Re: Sopranos re-visited at A.V. Club

#62
Fly's interesting point about the blackness and the white light.

quote:

I've always felt the much more important point was in the contrast between the immediate cut to black at the end of MIA and the slow fade to white that happened at the Inn at the Oaks when Tony flatlined and briefly "died" in his coma. They were diametrically opposite experiences of "death", and I think the effort was to say something about what the nature of Tony's ultimate choices -- especially those made after he was given a "second chance" to reform his life and failed to do so -- meant for his "afterlife", whenever and however it came to him.

Prior to being revived Tony was reluctantly heading towards the mysterious inn. He was about to join the Finity family reunion. The haunting but indefinite image of his mother might have suggested that this was not Heaven at all.

Despite the apparent image of contentment I painted about the Holsten's scene there was a noose hanging over Tony of another round of RICO indictments following Carlo rolling over to the Feds.

But what does a cut to black mean if it represents but one of "Tony's ultimate choices...."?

Camus' Myth of Sisyphus was used by Chase as a reference point about Tony's life as a mobster. Like the wily ancient Greek King, Tony would continue on with the cycle, pushing the boulder up the hill, where it will roll back down and then once again repeats the same task forever. Instead of being a punishment from the Gods, it becomes a chore he blithely accepts. It was interpreted by some as meaning that Chase meant that life will go on for Tony after Holsten's.

That is true as long as Tony remains alive - and his story is conveyed in regular episodes of a TV series.

But the show ceased to exist as an on-going narrative after we see Tony's face for the last time and we then stared into the black oblivion.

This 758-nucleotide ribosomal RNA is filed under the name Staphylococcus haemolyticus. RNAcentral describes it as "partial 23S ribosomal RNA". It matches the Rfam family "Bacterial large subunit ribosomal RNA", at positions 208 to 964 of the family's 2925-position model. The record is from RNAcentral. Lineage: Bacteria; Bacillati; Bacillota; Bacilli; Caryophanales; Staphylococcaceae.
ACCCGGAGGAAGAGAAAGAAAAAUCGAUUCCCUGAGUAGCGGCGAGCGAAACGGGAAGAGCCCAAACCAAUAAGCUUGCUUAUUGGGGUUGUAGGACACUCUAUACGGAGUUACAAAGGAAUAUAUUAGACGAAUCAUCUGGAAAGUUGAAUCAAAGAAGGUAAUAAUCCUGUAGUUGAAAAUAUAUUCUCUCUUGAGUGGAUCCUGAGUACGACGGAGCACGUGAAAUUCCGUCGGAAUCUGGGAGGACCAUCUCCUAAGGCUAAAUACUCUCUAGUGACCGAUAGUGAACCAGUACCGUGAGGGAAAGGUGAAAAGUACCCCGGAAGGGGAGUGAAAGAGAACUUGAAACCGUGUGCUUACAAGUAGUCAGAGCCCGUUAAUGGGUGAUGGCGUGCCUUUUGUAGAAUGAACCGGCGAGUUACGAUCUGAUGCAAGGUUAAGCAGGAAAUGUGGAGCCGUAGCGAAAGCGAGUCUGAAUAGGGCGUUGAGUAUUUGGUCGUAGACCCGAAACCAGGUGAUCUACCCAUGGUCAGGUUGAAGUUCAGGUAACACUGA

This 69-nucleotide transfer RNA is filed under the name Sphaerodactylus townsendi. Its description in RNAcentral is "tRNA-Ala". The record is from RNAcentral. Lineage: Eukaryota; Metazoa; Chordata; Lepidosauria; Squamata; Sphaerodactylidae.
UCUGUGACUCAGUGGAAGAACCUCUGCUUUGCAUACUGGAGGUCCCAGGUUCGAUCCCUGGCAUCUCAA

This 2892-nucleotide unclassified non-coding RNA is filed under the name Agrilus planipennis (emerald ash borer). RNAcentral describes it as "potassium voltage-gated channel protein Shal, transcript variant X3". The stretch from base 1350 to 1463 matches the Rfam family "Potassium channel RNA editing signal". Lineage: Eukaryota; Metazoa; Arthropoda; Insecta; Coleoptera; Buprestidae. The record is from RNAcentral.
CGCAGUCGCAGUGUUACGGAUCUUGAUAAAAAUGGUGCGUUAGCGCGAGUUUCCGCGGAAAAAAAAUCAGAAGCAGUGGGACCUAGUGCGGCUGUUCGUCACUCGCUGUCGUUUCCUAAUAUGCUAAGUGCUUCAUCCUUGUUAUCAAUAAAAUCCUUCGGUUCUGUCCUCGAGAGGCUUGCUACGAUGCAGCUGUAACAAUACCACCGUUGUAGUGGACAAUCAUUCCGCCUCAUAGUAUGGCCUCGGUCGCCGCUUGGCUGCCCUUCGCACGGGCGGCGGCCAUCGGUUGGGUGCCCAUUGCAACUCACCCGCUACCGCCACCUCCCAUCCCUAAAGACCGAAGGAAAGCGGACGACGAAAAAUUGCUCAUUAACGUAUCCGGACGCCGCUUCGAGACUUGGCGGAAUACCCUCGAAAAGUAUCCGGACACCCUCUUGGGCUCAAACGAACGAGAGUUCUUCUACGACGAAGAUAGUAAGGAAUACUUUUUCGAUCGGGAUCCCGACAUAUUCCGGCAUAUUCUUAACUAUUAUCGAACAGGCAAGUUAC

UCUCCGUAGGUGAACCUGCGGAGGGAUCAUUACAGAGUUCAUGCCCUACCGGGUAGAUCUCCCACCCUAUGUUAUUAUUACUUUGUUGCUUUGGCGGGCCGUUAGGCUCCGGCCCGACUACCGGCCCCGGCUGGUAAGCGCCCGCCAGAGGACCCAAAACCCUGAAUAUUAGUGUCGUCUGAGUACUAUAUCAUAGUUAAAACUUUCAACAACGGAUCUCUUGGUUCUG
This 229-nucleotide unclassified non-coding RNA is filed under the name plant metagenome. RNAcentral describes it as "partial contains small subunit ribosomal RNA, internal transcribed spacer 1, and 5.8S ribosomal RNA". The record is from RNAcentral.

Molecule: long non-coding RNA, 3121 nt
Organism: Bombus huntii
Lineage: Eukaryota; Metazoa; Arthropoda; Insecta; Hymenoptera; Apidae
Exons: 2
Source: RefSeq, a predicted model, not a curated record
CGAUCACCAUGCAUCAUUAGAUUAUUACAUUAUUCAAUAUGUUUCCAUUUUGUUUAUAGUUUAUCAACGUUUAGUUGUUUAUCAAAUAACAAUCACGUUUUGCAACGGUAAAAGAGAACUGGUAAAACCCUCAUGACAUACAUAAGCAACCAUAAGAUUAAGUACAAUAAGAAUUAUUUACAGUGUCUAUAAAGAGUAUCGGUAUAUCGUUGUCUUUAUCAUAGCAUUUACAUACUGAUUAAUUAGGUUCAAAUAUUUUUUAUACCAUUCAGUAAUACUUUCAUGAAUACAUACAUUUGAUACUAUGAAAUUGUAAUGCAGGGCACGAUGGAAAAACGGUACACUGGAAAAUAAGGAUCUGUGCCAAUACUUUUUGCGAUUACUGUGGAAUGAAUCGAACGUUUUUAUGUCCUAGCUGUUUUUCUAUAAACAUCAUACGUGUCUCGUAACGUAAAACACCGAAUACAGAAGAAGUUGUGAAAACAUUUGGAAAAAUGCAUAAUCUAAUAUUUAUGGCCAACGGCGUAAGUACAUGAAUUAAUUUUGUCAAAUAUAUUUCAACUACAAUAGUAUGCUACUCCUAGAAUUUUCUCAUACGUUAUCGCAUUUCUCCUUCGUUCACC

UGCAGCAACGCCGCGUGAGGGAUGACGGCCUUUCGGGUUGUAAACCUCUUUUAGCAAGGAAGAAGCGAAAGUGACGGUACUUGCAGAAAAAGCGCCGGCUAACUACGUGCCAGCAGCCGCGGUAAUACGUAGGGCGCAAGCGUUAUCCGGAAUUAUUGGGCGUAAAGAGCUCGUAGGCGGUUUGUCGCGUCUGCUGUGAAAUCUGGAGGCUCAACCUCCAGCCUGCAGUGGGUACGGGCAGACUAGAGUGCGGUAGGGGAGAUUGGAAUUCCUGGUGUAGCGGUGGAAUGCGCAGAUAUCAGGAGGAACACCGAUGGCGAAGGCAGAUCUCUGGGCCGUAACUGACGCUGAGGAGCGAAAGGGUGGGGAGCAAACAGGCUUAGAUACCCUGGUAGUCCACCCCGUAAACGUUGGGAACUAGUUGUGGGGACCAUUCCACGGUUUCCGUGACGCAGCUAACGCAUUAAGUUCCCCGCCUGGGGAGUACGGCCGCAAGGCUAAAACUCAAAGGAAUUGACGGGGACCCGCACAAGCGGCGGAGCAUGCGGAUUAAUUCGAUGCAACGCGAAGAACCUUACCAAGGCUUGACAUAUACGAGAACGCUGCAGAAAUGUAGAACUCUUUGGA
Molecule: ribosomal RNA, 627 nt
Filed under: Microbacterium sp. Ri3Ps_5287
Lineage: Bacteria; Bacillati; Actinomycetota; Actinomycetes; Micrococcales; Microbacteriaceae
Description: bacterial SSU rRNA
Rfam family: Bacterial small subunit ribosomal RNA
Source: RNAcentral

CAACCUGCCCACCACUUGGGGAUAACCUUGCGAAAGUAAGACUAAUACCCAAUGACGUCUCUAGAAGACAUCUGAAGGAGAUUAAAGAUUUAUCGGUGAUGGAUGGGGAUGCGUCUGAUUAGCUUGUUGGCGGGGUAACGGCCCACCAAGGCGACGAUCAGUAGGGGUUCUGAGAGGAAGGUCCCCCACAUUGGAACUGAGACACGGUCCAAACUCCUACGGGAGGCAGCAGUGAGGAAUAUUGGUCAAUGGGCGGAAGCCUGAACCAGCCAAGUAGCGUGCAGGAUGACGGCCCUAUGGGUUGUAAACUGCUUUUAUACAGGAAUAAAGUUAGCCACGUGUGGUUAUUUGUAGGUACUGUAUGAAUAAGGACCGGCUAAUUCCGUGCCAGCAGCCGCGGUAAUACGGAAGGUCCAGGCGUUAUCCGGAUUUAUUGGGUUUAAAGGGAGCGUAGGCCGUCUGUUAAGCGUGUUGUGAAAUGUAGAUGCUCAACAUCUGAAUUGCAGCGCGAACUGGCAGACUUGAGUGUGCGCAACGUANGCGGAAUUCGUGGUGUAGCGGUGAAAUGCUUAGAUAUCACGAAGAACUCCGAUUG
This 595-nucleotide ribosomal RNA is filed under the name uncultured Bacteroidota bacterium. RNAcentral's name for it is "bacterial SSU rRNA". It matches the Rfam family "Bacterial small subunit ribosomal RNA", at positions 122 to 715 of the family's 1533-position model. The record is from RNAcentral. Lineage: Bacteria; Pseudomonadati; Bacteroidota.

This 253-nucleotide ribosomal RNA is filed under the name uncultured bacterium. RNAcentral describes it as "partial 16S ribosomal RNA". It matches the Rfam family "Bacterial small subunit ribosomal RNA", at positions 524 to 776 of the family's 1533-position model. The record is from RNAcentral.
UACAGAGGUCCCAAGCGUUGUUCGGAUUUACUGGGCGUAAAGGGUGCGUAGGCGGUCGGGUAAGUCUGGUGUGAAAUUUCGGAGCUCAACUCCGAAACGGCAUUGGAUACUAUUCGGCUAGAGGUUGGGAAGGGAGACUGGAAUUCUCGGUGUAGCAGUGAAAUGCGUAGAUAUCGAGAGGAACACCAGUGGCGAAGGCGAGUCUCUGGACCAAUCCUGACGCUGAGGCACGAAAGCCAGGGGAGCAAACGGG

I thought of another Greek, the materialist and hedonist Epicurus who over two thousand years ago came up with this observation;

Accustom yourself to believing that death is nothing to us, for good and evil
imply the capacity for sensation, and death is the privation of all sentience;
therefore a correct understanding that death is nothing to us makes the
mortality of life enjoyable, not by adding to life a limitless time, but by
taking away the yearning after immortality. For life has no terrors for him who
has thoroughly understood that there are no terrors for him in ceasing to live.
Foolish, therefore, is the man who says that he fears death, not because it will
pain when it comes, but because it pains in the prospect. Whatever causes no
annoyance when it is present, causes only a groundless pain in the expectation.
Death, therefore, the most awful of evils, is nothing to us, seeing that, when
we are, death is not come, and, when death is come, we are not. It is nothing,
then, either to the living or to the dead, for with the living it is not and the
dead exist no longer.


Perhaps the only true afterlife is one where there is no desire, hope or fear at all.

Re: Sopranos re-visited at A.V. Club

#63
I recently came across a post deep in the archives from a one time poster that actually has me thinking a bit more about the cut to black. I'm not sure if the comparison ever came up again but the poster refers to an earlier episode when Meadow and AJ are discussing Robert Frost's poem, "i thought black meant death". Meadow replys "white too".

Re: Sopranos re-visited at A.V. Club

#64
I've been talking to the AVClub writer doing these re-visits and he refuses to accept that he is long winded. I have questioned him about the terrible article about the season four premiere and how it contains very little about the episode itself. Who talks about the season as a whole in an article about the season premiere?

To be honest, his write-ups would receive a poor mark if graded by a community college literature professor I know of.

"It's totally cool if you want recaps interspersed with occasional observations, but that's not really essay form."

What?!
http://www.youtube.com/view_play_list?p=1F9AC409DECF0F65

Re: Sopranos re-visited at A.V. Club

#65
bloodshot wrote:I recently came across a post deep in the archives from a one time poster that actually has me thinking a bit more about the cut to black. I'm not sure if the comparison ever came up again but the poster refers to an earlier episode when Meadow and AJ are discussing Robert Frost's poem, "i thought black meant death". Meadow replys "white too".

Yeah, I sent a PM to Detective Hunt about that years ago.

I have not read the entire MIA thread yet, so this may have already been mentioned, but did you notice the many instances where the color white is present in MIA? It is everywhere.

If you recall from Season 3 episode 2, "Proshai, Livushka", AJ is reading the Robert Frost poem "Stopping by Woods on a Snowy Evening". He is having difficulty figuring out the meaning, so Meadow helps him out. She tells him that the snow, the color white, symbolizes death. Death is cold.